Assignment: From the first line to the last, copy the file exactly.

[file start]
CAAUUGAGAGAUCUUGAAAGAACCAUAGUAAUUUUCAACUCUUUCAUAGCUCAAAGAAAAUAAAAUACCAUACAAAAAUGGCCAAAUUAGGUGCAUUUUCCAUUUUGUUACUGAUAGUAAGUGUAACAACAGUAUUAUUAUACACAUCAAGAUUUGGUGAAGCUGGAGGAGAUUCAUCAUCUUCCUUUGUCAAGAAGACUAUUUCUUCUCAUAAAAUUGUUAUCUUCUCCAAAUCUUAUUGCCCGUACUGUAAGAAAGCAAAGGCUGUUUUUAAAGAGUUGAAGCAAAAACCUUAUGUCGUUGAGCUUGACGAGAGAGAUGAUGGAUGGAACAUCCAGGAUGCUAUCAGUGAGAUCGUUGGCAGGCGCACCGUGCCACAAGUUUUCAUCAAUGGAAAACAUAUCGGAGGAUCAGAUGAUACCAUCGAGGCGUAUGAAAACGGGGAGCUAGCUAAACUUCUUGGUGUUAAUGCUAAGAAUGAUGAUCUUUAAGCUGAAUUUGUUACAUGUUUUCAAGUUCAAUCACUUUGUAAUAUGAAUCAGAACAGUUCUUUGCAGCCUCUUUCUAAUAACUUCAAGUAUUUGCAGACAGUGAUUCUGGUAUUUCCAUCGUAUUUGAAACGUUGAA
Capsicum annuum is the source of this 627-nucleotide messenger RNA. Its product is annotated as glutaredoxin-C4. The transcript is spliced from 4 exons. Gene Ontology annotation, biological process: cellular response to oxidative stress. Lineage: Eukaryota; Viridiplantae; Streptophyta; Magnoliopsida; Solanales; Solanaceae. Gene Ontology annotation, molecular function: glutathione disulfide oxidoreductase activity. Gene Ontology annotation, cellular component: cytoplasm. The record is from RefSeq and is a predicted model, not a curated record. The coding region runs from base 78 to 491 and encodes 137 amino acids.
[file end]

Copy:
CAAUUGAGAGAUCUUGAAAGAACCAUAGUAAUUUUCAACUCUUUCAUAGCUCAAAGAAAAUAAAAUACCAUACAAAAAUGGCCAAAUUAGGUGCAUUUUCCAUUUUGUUACUGAUAGUAAGUGUAACAACAGUAUUAUUAUACACAUCAAGAUUUGGUGAAGCUGGAGGAGAUUCAUCAUCUUCCUUUGUCAAGAAGACUAUUUCUUCUCAUAAAAUUGUUAUCUUCUCCAAAUCUUAUUGCCCGUACUGUAAGAAAGCAAAGGCUGUUUUUAAAGAGUUGAAGCAAAAACCUUAUGUCGUUGAGCUUGACGAGAGAGAUGAUGGAUGGAACAUCCAGGAUGCUAUCAGUGAGAUCGUUGGCAGGCGCACCGUGCCACAAGUUUUCAUCAAUGGAAAACAUAUCGGAGGAUCAGAUGAUACCAUCGAGGCGUAUGAAAACGGGGAGCUAGCUAAACUUCUUGGUGUUAAUGCUAAGAAUGAUGAUCUUUAAGCUGAAUUUGUUACAUGUUUUCAAGUUCAAUCACUUUGUAAUAUGAAUCAGAACAGUUCUUUGCAGCCUCUUUCUAAUAACUUCAAGUAUUUGCAGACAGUGAUUCUGGUAUUUCCAUCGUAUUUGAAACGUUGAA
Capsicum annuum is the source of this 627-nucleotide messenger RNA. Its product is annotated as glutaredoxin-C4. The transcript is spliced from 4 exons. Gene Ontology annotation, biological process: cellular response to oxidative stress. Lineage: Eukaryota; Viridiplantae; Streptophyta; Magnoliopsida; Solanales; Solanaceae. Gene Ontology annotation, molecular function: glutathione disulfide oxidoreductase activity. Gene Ontology annotation, cellular component: cytoplasm. The record is from RefSeq and is a predicted model, not a curated record. The coding region runs from base 78 to 491 and encodes 137 amino acids.